A New Pattern for this Blog

pattern

I have been posting to this blog two or three times a week and occasionally more or less. For the time being, I will be posting only once a week unless something calls for immediate attention. The main reason is the demands of a new project. I will be writing a book with my former student and present colleague, Andy Hoffman. The book, which will take the shape of an extended conversation with Andy asking the questions and commenting on the answers I will provide. It’s not to be as formal as this seems. We tried this format at a conference earlier this year with considerable success. Stanford University Press will be the publisher. We aim to see the book in print in early 2013. The advantage in a book form is that we get to edit the responses. No Twitter to deal with.

The second reason is also load related. I am going to do more teaching and academic stuff this year, especially at the Marlboro College Graduate School MBA in Managing for Sustainability Program. A few other mentally demanding gigs also. I do most of my thinking and learning through my writing, so you may, even with this apology, see my stuff appear more often. As I my recent writing might indicate, the political conversation offers numerous opportunities for sustainability punditry. Conversation may be the wrong word; most of what is being said is monologic and bombastic. I keep asking myself why any of these folks wants to be President, and find little or nothing that would forward the cause of sustainability.

Everyone promises to undo something that came to be because the community of the United States was being torn apart. Growthism will do that every time as it demands more and more commoditization of both the goods we consume and the channels through the goods are delivered. The strident campaigning for what I would call (others have also) radical individualism is another theme that runs opposite to any appreciation for others whether they are. Another nail in the coffin of community.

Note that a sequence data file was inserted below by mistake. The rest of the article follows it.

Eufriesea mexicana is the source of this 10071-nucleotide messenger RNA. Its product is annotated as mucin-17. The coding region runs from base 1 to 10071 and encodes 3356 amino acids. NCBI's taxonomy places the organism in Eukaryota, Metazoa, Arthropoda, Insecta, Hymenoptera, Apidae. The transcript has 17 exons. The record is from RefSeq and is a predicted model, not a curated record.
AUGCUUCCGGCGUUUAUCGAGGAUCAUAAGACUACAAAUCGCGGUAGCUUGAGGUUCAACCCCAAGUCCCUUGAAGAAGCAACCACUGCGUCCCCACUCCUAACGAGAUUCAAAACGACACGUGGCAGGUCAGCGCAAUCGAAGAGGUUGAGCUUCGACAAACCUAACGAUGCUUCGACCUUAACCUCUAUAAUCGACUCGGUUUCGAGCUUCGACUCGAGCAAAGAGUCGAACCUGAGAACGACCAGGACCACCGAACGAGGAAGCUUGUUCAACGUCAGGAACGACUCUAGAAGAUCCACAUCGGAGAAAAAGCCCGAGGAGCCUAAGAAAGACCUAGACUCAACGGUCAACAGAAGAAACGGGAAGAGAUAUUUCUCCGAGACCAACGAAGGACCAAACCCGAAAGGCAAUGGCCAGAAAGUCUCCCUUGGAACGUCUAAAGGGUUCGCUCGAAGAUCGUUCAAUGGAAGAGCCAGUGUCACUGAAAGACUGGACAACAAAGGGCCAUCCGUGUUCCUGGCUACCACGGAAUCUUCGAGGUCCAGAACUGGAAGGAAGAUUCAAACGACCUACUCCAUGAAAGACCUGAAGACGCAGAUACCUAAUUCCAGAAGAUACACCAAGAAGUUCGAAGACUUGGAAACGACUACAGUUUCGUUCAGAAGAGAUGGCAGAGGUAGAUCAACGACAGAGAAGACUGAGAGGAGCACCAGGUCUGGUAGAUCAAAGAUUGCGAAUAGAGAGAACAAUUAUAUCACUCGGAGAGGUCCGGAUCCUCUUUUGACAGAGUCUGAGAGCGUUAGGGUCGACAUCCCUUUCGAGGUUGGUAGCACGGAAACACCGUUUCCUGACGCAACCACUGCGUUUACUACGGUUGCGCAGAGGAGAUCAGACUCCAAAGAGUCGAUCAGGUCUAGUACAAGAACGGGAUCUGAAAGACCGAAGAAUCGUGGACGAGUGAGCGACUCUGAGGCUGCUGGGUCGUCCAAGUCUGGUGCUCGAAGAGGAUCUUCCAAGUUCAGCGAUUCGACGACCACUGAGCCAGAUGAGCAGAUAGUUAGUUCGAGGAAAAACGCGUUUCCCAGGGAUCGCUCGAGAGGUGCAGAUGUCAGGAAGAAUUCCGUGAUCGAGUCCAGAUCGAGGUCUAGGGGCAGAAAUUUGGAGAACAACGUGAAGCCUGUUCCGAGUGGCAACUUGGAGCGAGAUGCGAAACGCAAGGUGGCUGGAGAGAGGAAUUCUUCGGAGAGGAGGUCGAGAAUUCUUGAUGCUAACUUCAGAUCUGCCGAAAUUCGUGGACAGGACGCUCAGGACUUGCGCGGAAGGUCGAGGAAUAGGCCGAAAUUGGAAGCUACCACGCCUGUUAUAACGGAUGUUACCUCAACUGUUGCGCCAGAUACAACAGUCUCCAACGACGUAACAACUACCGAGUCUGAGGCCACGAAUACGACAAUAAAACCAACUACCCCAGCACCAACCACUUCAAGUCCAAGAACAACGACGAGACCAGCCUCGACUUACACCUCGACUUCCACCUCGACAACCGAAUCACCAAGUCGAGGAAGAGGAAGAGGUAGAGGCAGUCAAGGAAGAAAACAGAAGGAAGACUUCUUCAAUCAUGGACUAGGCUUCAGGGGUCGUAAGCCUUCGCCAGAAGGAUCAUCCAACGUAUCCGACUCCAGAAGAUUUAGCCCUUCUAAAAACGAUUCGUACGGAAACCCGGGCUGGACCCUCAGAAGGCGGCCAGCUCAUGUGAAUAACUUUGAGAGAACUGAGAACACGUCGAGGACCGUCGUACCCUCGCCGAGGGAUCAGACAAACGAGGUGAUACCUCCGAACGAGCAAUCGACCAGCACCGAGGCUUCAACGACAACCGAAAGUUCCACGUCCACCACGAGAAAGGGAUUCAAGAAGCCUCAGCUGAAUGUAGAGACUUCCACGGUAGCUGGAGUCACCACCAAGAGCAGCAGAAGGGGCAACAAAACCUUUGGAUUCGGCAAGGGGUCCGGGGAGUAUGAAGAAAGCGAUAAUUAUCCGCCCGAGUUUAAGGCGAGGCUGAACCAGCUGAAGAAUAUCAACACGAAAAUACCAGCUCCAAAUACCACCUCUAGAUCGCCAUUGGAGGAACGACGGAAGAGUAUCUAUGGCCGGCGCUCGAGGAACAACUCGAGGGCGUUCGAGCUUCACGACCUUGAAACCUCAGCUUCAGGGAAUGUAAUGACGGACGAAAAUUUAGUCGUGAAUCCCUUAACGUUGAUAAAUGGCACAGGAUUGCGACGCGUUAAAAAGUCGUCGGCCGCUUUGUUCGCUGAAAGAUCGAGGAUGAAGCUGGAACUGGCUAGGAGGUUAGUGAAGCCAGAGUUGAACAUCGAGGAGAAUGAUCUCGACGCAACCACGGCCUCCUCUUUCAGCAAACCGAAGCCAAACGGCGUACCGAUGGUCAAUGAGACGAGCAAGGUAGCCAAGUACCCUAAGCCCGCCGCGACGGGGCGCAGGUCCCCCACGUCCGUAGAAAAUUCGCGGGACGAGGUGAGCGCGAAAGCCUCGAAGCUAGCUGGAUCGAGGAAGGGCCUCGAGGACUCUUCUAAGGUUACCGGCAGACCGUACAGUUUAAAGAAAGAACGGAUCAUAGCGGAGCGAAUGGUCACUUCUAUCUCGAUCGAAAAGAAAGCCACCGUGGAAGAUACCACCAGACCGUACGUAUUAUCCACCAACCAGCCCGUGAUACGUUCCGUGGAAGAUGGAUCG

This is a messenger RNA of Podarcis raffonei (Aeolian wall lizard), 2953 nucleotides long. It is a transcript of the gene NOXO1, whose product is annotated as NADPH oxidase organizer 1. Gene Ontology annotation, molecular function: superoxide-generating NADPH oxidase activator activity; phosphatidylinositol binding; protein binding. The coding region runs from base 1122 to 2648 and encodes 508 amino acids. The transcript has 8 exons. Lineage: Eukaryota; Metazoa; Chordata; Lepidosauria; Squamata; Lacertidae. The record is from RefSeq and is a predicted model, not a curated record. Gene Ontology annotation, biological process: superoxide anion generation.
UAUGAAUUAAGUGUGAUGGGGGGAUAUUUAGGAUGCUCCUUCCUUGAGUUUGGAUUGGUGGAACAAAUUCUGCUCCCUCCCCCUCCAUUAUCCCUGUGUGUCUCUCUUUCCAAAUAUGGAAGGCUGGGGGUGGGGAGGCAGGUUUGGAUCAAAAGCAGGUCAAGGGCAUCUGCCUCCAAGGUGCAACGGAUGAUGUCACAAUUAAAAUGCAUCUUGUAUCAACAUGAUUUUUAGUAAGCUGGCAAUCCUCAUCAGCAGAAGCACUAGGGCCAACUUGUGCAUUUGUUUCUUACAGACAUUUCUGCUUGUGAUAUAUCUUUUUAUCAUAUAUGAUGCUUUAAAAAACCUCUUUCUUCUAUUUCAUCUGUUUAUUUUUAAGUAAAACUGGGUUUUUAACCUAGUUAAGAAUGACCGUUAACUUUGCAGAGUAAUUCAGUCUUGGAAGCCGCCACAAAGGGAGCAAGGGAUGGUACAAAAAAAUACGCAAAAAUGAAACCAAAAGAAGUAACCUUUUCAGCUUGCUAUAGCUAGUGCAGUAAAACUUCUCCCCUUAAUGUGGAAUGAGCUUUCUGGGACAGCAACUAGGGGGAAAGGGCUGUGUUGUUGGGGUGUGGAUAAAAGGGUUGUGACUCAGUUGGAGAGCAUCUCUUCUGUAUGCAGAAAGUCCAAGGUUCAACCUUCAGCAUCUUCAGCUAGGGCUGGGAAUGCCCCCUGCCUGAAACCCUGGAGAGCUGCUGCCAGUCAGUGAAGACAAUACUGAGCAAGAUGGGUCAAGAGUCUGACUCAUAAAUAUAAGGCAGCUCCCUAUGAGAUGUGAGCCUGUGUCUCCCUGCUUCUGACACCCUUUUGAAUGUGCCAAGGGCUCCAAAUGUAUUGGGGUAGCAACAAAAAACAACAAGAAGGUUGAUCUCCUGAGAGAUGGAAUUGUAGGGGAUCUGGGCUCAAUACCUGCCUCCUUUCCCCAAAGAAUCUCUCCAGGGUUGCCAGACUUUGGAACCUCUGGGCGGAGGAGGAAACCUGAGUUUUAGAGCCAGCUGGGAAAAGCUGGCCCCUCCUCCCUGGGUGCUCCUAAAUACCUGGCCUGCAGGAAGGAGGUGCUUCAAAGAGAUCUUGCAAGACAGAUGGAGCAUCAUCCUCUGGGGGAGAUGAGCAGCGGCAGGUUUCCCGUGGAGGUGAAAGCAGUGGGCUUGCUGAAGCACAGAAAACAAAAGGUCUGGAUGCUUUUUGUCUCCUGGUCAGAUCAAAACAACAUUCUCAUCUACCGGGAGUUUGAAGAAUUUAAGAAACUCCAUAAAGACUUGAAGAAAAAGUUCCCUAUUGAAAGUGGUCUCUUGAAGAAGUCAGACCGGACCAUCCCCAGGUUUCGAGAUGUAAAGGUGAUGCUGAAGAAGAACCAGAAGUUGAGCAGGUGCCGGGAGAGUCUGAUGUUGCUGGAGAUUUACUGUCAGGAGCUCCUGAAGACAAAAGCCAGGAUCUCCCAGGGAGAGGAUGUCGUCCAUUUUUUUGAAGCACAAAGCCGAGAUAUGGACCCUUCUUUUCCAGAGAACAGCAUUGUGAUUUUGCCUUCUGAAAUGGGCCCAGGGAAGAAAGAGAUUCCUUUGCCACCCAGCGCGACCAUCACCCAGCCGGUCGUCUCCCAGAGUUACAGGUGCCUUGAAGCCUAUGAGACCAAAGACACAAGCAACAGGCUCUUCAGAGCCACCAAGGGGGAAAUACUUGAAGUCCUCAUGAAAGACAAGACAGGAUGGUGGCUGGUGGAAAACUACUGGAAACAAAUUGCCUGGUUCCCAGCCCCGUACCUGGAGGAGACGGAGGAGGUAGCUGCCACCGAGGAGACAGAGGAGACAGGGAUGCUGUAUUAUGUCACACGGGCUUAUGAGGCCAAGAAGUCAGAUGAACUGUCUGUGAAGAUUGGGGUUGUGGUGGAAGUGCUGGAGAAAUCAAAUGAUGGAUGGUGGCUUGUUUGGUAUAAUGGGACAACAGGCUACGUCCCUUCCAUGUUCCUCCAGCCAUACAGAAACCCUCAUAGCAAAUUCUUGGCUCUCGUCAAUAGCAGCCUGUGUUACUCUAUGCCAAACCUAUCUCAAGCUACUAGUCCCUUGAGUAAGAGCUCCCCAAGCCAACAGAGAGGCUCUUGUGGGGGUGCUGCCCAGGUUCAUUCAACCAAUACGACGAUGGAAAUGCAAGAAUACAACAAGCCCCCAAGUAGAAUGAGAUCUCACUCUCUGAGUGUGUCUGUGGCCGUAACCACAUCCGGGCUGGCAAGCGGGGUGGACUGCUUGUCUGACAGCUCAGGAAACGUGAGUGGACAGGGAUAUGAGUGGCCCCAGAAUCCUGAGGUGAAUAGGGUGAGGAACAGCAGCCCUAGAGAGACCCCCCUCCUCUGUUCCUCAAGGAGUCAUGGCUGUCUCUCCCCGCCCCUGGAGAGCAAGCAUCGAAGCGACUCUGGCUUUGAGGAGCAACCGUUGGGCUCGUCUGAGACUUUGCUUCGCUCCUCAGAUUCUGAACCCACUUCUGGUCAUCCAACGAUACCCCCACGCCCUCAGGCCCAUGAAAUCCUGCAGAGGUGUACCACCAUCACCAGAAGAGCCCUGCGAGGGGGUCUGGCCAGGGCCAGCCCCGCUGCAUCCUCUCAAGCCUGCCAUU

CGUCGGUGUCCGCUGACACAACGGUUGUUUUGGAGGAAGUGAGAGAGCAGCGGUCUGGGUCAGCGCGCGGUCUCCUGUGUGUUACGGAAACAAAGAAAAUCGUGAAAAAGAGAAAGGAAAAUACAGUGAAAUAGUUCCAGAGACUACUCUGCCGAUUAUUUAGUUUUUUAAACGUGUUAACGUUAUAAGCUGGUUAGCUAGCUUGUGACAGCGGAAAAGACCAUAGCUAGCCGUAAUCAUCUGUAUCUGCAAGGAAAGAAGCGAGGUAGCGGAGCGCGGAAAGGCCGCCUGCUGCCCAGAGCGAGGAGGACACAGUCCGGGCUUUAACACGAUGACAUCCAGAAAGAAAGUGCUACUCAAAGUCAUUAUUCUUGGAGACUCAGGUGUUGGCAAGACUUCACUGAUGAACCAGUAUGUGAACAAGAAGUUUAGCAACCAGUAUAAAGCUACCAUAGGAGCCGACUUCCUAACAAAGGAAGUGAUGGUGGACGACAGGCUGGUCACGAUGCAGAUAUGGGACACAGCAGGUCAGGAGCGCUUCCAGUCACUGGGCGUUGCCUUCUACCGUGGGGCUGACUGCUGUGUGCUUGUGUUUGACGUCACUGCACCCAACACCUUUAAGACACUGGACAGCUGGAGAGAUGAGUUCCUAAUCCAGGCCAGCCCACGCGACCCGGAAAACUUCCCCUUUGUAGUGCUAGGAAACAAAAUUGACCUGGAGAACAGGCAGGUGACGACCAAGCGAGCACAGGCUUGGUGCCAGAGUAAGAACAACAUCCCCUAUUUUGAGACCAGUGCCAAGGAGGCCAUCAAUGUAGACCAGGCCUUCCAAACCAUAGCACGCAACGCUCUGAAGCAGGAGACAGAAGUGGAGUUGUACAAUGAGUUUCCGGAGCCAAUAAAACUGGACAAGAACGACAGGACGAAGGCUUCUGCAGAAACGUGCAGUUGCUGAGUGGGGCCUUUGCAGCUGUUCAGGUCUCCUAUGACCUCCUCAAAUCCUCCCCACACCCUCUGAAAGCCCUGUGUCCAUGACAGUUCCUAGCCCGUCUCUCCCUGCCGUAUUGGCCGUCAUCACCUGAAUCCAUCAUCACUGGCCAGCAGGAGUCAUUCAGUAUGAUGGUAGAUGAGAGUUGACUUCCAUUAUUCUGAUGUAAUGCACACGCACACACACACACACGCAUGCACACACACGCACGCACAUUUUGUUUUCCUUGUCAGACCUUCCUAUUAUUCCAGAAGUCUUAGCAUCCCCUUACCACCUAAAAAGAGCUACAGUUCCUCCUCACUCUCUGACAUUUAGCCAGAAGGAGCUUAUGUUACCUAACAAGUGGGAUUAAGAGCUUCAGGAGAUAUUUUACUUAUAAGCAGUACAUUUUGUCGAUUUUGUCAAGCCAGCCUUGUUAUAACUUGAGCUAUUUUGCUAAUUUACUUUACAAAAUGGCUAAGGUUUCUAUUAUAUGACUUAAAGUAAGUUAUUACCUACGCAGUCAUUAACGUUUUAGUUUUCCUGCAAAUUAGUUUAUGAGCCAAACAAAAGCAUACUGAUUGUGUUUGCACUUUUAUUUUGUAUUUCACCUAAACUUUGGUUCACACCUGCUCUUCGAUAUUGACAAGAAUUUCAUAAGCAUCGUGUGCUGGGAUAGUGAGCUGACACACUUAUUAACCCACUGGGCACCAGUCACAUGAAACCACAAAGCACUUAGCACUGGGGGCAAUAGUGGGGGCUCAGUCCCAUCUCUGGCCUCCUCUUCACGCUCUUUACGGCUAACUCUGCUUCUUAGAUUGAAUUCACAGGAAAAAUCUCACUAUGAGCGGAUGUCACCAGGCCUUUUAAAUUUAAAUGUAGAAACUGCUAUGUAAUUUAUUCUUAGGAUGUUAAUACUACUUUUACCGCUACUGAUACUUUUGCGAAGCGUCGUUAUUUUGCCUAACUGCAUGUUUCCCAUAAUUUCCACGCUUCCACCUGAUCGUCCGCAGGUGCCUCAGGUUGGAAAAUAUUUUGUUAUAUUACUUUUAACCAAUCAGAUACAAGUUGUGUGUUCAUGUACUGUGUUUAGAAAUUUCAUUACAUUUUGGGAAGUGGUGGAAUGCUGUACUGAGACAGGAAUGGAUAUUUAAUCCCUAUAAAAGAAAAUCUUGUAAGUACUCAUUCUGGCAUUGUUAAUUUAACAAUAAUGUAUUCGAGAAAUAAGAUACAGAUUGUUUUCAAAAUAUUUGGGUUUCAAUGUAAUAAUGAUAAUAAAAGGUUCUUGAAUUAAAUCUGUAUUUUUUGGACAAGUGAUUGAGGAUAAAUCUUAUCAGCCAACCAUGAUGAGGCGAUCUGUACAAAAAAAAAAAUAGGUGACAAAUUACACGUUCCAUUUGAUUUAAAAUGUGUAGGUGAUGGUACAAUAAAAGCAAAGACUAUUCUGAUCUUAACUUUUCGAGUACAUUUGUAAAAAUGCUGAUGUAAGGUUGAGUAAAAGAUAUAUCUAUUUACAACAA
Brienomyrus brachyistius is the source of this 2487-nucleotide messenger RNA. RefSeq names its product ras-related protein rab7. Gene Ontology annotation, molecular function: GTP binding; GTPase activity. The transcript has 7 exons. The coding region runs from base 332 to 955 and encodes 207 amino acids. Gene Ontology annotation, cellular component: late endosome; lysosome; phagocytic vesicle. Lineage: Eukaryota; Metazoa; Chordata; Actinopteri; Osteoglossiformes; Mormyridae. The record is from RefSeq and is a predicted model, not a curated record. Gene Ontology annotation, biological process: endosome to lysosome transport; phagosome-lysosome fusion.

I reread, The Spirit Level, by Wilkinson and Pickett recently in preparation of a short course I will be giving on “Leading Corporate Sustainability.” Graph after graph show a correlation between income inequality and some form of human or societal bad. The US is almost always at the extreme, and above the trend line. Here is a composite graph for a list of common health and social problems plotted against income inequality. The Occupy protests and encampments raised consciousness of the great schism between the masses of our population and a small plutocratic minority, but didn’t provide information on the serious consequences that these data and others in the book do.

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Sustainability-as-flourishing is what I am fundamentally concerned about. Nothing good is likely to come of all the political and economic talk and change ahead because none of it accounts for the complex, interconnected world we inhabit. Simplistic remedies do not work for solving systemic problems. Bombing the nuclear facilities in Iran will not bring peace to the world; it is likely to drive us in the opposite direction. Neither is going back on the gold standard going to prevent a future financial meltdown. And so on.

OK. That’s all she wrote. I’ll be here again next week.

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